Robert “Bobby” Horne Jr. learned about service at an early age.

His mother, Nadine Heath, recalled on Friday inside the Elijah E. Cummings Courthouse how her son took part in the police explorer program in Montgomery County from 1989-1992. He worked in two police stations in Silver Spring, one in Bethesda and another in Rockville, and dressed up as McGruff the Crime Dog.

Since he was 2, Horne wanted to become a police officer, but a crash put his dream on hold. He later served as a public safety officer at the Baltimore Convention Center.

Horne was on the way home to Smithsburg, in Washington County, from work Aug. 13, 2023, when he pulled over on Interstate 395 near M&T Bank Stadium to help the driver of a broken-down vehicle. It’s something that he’d done in the past. He put on warning lights and directed traffic.

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That’s when Latrell Sanders crashed his SUV into a car and then hit Horne, sending him over the highway barrier into the water. Sanders had been driving at more than 100 mph at one point before the crash, and testing revealed that his blood alcohol level was 0.25% — more than three times the legal limit in Maryland.

The Baltimore City Fire Department recovered Horne’s body. He was 50.

Heath told Baltimore Circuit Judge Kendra Y. Ausby that she was in full support of a plea agreement in the case. She said she’s a Christian and believes in forgiveness.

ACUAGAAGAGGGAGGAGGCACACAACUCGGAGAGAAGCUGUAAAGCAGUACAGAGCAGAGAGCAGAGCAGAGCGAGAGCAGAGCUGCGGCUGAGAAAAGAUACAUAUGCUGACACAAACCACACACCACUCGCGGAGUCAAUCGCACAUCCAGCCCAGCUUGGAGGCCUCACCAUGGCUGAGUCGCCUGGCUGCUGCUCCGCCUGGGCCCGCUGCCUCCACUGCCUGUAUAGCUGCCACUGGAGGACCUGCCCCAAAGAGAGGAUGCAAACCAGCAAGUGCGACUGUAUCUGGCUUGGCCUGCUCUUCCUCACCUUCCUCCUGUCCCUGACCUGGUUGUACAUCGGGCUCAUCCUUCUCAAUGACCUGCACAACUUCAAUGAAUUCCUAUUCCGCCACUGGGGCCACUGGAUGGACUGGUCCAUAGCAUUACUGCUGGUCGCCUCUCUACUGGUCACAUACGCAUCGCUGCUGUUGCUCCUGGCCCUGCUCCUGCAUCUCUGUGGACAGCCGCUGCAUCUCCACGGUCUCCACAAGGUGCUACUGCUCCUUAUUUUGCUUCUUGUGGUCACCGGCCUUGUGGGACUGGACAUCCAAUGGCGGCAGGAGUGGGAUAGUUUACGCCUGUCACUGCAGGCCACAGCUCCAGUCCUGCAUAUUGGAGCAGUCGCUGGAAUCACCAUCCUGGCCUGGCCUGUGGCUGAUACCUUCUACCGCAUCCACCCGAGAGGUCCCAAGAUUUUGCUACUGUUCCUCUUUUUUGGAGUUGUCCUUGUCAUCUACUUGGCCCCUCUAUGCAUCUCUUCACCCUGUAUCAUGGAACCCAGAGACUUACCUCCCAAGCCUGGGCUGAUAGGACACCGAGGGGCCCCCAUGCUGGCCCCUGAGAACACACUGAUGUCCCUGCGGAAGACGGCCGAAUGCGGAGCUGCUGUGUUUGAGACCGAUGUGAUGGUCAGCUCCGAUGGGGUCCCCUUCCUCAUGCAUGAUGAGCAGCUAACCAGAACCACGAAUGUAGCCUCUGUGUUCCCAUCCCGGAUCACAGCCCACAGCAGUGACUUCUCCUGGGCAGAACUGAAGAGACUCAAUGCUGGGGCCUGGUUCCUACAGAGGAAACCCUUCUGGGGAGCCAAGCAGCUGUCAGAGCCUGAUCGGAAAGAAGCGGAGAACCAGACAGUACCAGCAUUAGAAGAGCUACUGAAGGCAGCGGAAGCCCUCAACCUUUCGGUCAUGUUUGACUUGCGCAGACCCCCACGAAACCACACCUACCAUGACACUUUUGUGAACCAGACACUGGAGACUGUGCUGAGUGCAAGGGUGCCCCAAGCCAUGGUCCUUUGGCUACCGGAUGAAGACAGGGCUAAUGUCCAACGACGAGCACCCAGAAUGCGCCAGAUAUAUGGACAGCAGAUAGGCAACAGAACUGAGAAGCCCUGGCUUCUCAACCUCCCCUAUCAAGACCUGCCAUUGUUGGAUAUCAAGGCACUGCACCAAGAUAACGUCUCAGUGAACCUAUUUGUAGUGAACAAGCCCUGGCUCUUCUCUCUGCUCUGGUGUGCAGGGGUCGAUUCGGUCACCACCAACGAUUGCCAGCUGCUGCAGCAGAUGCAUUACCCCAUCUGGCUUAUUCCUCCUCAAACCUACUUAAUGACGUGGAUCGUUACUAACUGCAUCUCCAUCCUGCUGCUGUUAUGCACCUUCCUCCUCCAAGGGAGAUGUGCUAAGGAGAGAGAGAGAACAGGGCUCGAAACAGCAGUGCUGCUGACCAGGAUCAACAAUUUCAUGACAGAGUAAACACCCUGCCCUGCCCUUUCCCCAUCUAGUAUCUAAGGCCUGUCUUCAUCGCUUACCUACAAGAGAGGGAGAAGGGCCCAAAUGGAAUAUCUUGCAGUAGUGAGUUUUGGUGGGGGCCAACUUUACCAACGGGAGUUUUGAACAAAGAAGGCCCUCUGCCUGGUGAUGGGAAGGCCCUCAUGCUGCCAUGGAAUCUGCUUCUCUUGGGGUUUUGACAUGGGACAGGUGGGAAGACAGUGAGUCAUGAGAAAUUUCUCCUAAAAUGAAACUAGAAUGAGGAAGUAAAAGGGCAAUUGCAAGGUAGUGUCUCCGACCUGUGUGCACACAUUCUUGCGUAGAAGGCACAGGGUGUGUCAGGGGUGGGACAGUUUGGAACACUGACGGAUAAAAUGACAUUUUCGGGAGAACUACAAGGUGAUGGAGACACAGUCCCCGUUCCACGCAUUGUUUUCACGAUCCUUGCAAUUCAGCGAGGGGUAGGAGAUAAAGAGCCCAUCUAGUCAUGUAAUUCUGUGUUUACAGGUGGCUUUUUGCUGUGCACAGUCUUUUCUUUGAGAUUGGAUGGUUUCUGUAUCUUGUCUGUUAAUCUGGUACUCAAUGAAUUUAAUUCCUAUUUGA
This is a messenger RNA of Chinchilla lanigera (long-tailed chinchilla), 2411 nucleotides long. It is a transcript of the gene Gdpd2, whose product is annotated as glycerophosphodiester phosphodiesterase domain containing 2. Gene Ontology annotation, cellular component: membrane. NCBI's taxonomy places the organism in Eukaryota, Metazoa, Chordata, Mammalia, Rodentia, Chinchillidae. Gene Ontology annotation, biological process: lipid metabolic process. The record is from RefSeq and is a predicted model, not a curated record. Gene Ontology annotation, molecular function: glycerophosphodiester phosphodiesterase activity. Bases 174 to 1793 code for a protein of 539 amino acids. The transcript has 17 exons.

“I’ll be praying for him,” Heath said, “so he can touch other peoples’ lives so they don’t make the same mistakes.”

Sanders, 29, of Windsor Mill, then pleaded guilty to involuntary vehicular manslaughter in exchange for a sentence of 15 years in prison, with seven years suspended, plus five years’ probation. He must also perform 50 hours of community service at Mothers Against Drunk Driving or a similar organization, abstain from alcohol, undergo random screening and install an ignition interlock.

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That’s along with submitting to a drug and alcohol screening and treatment.

Assistant State’s Attorneys Jennifer Brady and Marty Welch put a sketch of Horne on an easel and positioned it toward the judge, with the flag that draped his casket in a display case underneath.

Brady read Horne’s obituary on behalf of other family members who attended the hearing but did not wish to speak in court. She choked up when she got to the part that discussed the birth of his daughter, Kacy.

Mark Sobel, Sanders’ attorney, said his client understood that he needed to be punished.

When Sanders came to his office after the crash, Sobel said, he immediately wanted to write a letter to the Horne family.

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“He takes full responsibility for it,” Sobel said. “He’s very remorseful, very sorry.”

Sanders’ father, Lawrence, described his son as respectful, fun-loving and intelligent. He started to struggle with depression at 19 and 20.

Loved ones, his father said, got him into therapy and on medication. Later, though, Sanders turned to alcohol — a disease that ran in the family.

Sanders stood handcuffed and shackled in a yellow jumpsuit and read a letter in which he expressed his deepest regret and sorrow. Words, he said, could not adequately convey his guilt.

He said he takes full responsibility for the irreparable damage that he caused to the Horne family and was committed to seeking professional help.

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“I respect whatever emotions you might be feeling,” Sanders said. “I understand my words offer little solace.”

Following the hearing, Sobel walked up to Heath in the gallery of the courtroom. He then gave her the letter from his client, which she readily accepted.